Kenya's first Save our Soul (SOS) Children's village was officially opened Thursday (17 October) by Vice-President and Minister of Home Affairs D.
Kenya's first Save our Soul (SOS) Children's village was officially opened Thursday (17 October) by Vice-President and Minister of Home Affairs D.T. Arap Moi.
The opening ceremony was highlighted by singing and dancing, a tour of the village by the dignitaries and speeches by both the Vice-President and the founder of the SOS scheme, Austrian-born Dr. Hermann Gmeiner.
The idea of an SOS children's village first came to Dr. Gmeiner in 1949 when he felt that the many orphaned and abandoned children left in the wake of World War Two needed not only a roof over their head but also maternal love and care.
His concept of a non-institutionalised children's home has been successful. A child growing up in such a village has his own home, brothers and sisters and a mother.
SOS villages consist of a number of homes each with a mother who devotes her full attention to her family, never more than ten.
The warmth and security of the family unit provide the destitute child with a much greater change of becoming a properly integrated member of society when it grows up.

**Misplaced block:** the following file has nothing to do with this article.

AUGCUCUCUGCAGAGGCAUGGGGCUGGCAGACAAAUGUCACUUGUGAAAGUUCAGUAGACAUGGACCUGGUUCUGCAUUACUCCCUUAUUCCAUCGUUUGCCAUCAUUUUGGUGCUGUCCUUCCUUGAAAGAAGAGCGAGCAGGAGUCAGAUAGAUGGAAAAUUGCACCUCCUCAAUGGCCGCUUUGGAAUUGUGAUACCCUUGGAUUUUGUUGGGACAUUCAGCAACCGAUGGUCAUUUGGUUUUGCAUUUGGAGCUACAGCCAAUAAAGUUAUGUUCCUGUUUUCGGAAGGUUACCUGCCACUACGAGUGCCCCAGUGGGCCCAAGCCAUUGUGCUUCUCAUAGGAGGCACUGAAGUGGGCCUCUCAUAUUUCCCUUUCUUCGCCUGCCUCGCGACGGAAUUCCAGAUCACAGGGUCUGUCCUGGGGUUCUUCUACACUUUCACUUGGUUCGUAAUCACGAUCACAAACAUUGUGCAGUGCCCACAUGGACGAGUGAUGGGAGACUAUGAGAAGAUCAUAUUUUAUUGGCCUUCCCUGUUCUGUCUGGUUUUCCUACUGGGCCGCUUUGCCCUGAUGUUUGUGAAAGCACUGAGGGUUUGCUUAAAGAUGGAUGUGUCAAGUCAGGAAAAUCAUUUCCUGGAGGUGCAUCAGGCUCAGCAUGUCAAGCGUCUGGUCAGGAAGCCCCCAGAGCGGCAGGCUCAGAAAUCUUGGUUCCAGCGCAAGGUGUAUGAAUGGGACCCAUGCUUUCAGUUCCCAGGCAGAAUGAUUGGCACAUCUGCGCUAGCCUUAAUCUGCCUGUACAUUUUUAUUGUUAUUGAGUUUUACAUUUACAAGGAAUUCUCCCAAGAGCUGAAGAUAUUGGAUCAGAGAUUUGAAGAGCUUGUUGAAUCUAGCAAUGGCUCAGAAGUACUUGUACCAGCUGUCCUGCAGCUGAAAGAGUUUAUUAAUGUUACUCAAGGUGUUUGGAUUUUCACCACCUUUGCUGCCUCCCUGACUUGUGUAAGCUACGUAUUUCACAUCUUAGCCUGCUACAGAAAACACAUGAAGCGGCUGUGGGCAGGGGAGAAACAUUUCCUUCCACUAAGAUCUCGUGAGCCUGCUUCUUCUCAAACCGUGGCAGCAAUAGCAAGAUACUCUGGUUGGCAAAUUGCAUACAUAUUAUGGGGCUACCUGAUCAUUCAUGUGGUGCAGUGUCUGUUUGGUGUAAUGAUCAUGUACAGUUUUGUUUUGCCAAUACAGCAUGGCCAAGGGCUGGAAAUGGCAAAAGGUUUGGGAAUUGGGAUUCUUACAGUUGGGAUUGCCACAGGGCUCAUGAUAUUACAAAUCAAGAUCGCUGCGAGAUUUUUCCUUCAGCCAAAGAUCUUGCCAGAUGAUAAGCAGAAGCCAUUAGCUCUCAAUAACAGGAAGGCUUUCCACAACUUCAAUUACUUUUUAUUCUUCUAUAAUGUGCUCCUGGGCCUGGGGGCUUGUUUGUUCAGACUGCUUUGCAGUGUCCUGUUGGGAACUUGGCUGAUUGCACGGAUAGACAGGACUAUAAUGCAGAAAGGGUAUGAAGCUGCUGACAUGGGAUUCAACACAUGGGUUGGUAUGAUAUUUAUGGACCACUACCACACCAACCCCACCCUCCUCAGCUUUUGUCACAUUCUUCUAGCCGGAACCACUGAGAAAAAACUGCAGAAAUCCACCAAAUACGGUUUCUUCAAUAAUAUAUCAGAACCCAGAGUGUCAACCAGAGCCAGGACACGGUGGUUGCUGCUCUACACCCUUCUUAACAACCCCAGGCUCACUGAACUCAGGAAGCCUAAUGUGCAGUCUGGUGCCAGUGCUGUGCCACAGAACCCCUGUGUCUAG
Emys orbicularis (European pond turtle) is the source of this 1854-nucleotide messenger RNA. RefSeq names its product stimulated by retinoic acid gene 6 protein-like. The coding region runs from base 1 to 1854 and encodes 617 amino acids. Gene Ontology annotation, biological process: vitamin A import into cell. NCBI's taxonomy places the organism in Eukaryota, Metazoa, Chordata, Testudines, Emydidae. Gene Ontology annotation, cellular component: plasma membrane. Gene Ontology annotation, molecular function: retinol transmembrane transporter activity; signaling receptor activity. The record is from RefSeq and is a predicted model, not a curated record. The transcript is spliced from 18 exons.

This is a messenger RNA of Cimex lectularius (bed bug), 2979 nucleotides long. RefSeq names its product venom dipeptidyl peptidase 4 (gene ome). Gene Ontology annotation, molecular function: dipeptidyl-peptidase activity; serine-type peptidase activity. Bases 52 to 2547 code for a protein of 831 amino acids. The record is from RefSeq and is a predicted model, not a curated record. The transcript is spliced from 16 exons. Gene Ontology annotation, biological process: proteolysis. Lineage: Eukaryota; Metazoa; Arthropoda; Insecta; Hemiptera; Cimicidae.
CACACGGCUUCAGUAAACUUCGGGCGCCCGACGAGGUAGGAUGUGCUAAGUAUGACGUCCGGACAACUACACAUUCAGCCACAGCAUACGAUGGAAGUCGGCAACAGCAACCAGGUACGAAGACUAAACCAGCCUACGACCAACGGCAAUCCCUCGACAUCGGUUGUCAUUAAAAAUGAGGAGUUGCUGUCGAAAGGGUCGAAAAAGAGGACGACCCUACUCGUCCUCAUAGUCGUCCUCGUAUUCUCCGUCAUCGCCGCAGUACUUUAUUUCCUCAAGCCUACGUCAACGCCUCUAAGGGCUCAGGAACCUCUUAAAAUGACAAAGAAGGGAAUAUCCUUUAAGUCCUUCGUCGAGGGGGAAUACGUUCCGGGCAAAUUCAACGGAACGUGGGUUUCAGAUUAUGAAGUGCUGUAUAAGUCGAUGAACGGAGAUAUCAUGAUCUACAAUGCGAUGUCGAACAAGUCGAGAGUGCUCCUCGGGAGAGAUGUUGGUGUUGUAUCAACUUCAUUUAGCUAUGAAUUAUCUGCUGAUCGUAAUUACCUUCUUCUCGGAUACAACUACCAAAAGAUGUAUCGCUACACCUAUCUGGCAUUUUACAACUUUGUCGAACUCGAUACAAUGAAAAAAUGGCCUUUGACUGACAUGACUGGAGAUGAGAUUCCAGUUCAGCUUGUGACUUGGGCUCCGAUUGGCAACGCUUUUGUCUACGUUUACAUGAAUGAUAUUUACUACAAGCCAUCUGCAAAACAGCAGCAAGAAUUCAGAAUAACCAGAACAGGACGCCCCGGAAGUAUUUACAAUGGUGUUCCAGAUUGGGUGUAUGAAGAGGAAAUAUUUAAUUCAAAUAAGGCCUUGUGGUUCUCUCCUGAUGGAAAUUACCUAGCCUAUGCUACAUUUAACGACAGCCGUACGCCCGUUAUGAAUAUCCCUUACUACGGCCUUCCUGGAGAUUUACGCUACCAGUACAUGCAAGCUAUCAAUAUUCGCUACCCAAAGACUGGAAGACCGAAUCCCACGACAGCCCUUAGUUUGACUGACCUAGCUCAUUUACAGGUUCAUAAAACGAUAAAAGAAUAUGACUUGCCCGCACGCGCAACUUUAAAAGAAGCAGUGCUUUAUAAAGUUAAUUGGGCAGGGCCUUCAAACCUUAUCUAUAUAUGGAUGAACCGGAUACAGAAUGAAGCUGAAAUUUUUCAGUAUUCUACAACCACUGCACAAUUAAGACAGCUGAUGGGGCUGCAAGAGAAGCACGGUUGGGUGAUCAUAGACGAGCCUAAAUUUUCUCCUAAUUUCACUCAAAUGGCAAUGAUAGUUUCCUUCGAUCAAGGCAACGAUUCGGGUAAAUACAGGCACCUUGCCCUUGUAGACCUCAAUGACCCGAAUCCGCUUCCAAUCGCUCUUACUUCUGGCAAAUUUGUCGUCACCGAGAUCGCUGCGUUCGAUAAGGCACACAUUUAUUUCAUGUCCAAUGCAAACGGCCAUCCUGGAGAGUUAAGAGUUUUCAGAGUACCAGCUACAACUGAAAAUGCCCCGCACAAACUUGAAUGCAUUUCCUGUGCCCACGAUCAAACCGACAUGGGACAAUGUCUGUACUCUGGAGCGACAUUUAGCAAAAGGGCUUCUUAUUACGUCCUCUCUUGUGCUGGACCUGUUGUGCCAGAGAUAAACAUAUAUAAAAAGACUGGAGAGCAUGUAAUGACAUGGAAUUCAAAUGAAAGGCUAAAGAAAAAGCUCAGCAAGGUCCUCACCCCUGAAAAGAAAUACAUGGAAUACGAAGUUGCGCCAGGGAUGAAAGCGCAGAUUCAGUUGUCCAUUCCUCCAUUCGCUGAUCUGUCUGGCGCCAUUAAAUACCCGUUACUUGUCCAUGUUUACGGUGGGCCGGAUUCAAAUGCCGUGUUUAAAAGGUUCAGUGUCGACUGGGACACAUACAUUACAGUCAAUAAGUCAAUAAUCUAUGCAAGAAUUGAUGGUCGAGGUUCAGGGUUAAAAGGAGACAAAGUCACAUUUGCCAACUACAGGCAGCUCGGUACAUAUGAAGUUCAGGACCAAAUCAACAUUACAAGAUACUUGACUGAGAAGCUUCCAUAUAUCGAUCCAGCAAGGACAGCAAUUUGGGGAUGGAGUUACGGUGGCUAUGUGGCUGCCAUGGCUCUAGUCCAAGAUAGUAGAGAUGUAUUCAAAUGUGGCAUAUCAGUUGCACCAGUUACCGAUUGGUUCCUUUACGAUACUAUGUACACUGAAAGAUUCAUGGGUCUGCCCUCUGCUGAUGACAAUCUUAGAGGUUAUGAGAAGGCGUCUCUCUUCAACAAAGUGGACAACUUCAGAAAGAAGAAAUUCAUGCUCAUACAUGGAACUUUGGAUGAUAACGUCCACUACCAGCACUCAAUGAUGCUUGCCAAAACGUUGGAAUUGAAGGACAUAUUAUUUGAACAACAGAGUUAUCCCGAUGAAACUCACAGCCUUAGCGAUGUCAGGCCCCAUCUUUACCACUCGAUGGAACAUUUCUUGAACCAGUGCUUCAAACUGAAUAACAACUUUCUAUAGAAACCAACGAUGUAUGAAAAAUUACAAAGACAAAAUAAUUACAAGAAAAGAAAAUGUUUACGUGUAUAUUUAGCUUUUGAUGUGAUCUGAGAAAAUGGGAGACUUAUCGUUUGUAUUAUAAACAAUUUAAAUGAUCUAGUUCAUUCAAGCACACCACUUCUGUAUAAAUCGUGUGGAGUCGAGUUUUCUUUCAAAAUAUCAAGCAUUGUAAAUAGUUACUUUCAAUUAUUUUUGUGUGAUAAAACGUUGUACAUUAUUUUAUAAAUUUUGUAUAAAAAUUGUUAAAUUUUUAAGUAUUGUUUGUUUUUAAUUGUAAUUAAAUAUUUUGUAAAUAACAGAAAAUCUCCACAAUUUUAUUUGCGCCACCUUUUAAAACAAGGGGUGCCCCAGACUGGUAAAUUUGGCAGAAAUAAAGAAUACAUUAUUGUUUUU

Since 1949, more than one hundred SOS Children's village have been built around the world.
SYNOPSIS: Kenya's first SOS Children's Village was officially opened on Thursday by the country's Vice-President and Minister for Home affairs, Mr. D.T. Arap Moi. The opening ceremony was witnessed by dignitaries from Kenya and Austria.
It was highlighted by a cultural display in which many of the children living in the village took part. The children come from all over Kenya and are sent here by juvenile courts on the recommendation of social workers and welfare organisations.
Before unveiling a plaque to mark the opening, Vice-President Moi told the gathering that the occasion symbolised the efforts being made by his country to consolidate and strengthen child welfare services. He said that juvenile offenders were the victims of social and family circumstances, slums, rural migrations, broken homes, lack of education and under-employment.
After the unveiling ceremony, the guests were taken on a conducted tour of the village. The idea of SOS, meaning Save our Soul, was first conceived by Austrian-born Dr. Hermann Gmeiner in 1949 to help re-habilitate children orphaned and abandoned in World War Two. Each village consists of a number of homes, each with a mother who devotes her entire time to her family.